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The best time to plant any tree or shrub is first thing in the spring shortly after frost has left the ground and while the plants are still dormant. This cuts down on the transplanting shock the plant must face and provide lots of time for the plants to get new root establishment before the next freeze up.
If you plan to plant in the fall deciduous trees should be planted after leaf drop and they have gone dormant to minimize the stresses on the trees. For conifers fall planting should be done in late summer or early fall to allow the trees time for new root establishment to avoid frost heaving.
If you are planting potted or larger trees they can be planted from early spring to late fall but the timing will determine how much after plant care will be required (for summer planting you will have to be able to water on a more regular basis). Ensure that your potted plant has a well established root system in the pot and is not a freshly potted bareroot plant.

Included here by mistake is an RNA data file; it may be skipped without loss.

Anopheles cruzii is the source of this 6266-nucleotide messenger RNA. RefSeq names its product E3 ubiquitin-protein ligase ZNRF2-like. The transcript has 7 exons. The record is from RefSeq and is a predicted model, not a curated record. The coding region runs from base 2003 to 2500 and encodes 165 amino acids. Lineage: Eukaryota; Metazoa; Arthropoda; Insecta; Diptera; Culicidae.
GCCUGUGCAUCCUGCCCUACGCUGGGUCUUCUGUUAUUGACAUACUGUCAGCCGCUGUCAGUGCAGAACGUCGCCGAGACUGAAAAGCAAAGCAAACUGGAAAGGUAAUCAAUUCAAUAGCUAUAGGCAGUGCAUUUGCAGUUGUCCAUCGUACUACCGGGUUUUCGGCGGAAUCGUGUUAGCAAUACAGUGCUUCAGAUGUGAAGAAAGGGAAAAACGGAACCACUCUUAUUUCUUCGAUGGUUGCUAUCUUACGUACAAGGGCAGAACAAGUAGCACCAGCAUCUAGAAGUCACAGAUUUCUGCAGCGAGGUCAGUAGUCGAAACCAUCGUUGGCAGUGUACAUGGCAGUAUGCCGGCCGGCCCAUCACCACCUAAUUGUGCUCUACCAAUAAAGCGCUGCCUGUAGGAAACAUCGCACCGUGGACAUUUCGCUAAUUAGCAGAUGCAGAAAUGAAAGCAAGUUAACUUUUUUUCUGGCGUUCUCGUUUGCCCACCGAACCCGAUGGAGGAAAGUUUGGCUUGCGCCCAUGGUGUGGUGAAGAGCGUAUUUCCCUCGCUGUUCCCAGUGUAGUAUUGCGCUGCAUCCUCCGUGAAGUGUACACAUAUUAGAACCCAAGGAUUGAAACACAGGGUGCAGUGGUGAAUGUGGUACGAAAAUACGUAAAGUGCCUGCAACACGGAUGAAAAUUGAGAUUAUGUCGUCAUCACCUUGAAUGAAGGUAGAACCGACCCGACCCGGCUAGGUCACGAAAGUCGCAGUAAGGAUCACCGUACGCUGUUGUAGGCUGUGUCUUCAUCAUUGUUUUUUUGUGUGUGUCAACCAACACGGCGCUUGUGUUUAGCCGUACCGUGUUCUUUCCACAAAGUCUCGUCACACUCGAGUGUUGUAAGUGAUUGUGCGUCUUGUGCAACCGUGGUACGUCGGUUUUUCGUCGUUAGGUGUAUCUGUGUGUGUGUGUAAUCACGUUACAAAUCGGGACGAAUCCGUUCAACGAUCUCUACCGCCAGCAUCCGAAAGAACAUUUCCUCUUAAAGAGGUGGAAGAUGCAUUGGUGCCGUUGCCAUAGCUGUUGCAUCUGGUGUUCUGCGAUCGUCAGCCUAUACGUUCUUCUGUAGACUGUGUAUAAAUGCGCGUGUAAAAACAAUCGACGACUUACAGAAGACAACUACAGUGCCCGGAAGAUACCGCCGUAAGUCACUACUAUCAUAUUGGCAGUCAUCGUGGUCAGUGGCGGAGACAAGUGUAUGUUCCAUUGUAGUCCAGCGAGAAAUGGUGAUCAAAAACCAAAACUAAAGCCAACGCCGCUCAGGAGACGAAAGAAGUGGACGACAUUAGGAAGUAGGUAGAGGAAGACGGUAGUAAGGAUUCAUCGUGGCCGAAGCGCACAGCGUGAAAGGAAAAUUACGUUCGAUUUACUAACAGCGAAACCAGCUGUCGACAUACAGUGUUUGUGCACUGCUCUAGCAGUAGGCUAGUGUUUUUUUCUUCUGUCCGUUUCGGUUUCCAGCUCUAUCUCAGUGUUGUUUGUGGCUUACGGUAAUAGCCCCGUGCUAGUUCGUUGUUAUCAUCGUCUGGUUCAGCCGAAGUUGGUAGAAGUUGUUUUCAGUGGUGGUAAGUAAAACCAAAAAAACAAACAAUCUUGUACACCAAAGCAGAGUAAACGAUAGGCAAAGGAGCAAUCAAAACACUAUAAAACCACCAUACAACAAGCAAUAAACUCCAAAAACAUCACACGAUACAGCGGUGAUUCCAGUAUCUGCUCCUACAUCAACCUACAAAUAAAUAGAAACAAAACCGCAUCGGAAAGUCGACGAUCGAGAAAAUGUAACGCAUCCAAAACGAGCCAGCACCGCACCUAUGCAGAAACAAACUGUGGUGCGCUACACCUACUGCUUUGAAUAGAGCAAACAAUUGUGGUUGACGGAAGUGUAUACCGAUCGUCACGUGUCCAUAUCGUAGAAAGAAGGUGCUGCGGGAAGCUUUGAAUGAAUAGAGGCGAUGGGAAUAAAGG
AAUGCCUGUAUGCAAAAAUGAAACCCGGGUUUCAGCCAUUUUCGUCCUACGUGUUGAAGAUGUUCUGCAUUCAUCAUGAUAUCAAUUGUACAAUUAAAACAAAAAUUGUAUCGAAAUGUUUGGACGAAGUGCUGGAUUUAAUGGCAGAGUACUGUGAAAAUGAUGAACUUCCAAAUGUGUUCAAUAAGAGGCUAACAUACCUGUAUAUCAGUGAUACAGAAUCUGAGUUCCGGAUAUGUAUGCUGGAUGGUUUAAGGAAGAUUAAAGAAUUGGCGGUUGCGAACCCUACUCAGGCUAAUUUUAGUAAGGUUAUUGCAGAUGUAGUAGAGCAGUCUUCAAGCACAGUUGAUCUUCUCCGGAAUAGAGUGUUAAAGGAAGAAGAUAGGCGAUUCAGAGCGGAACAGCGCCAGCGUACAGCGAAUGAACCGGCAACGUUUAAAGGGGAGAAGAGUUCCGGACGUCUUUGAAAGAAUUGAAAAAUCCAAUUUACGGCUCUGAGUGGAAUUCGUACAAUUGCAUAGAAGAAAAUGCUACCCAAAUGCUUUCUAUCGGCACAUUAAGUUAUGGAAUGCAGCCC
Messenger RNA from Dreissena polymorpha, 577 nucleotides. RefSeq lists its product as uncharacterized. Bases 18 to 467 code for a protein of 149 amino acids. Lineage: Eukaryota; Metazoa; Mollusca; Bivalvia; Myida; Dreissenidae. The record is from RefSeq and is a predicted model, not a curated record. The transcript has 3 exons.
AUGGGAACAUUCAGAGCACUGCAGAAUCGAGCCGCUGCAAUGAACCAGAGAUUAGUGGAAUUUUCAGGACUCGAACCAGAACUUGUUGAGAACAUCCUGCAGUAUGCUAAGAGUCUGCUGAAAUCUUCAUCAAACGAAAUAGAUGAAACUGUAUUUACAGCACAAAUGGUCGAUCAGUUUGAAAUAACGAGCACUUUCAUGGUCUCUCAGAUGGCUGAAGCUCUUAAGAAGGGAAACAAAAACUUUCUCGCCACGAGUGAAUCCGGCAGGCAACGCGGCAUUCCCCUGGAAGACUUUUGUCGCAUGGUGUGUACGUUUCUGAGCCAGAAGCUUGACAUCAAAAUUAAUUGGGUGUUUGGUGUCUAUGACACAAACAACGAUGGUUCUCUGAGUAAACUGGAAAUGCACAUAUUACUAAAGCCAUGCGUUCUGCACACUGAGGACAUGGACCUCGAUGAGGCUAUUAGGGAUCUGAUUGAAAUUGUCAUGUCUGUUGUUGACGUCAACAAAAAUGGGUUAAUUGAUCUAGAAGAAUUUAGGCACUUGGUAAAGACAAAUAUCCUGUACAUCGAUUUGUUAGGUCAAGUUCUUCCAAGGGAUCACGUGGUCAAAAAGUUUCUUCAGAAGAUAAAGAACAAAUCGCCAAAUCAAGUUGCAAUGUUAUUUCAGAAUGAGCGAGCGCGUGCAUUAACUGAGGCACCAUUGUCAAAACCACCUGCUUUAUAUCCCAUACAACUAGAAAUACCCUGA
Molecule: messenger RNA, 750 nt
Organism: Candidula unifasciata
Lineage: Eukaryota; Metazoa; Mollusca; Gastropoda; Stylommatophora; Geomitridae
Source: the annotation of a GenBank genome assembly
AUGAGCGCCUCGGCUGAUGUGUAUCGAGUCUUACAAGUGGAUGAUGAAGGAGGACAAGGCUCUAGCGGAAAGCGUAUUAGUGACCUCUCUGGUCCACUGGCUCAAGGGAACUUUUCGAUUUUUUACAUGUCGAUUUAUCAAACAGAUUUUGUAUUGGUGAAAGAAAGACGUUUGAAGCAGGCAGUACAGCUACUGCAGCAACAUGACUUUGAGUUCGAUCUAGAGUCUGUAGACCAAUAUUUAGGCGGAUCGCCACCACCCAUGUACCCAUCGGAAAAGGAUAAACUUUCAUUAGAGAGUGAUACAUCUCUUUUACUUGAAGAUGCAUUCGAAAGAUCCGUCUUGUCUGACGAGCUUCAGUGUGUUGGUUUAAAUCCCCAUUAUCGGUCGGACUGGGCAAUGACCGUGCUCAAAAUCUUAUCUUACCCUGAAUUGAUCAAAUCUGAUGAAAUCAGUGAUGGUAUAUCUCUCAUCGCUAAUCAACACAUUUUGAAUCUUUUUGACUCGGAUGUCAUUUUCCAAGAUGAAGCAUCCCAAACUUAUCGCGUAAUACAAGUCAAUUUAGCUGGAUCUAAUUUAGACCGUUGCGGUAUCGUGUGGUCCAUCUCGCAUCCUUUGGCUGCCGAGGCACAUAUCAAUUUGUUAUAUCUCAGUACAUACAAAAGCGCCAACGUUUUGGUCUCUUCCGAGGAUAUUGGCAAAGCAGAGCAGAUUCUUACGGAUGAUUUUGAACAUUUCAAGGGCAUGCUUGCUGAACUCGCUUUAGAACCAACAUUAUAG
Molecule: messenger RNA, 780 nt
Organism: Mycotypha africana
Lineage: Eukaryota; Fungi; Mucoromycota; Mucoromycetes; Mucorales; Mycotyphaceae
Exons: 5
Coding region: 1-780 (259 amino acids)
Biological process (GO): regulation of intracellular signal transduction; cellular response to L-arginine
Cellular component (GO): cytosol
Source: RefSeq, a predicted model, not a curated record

Remember that bigger is not always better, because the bigger the tree is at the time of planting the greater the after plant care it will need.
Tree seedlings require four basic elements to thrive: water, nutrients, sunlight, and room to grow. Grasses, weeds, and brush growing on the planting site threaten your new seedlings by competing for these basic requirements. Heavy vegetation also provides habitat for mice and other rodents that eat the bark of young seedlings.
Good site preparation helps to reduce competition from unwanted vegetation, and also ensures suitable planting spots for your seedlings. Site preparation can also make tree planting easier. Consult the extension note entitled "Clearing the Way: Preparing the Site for Tree Planting", available on the product page (under extension notes) of 'The Landowner Resource Centres' website, www.lrconline.com.
Planting can be done with a machine or by hand. No matter what seedling types, planting methods, or tools are used, there are a few things that planters must do to plant a tree properly: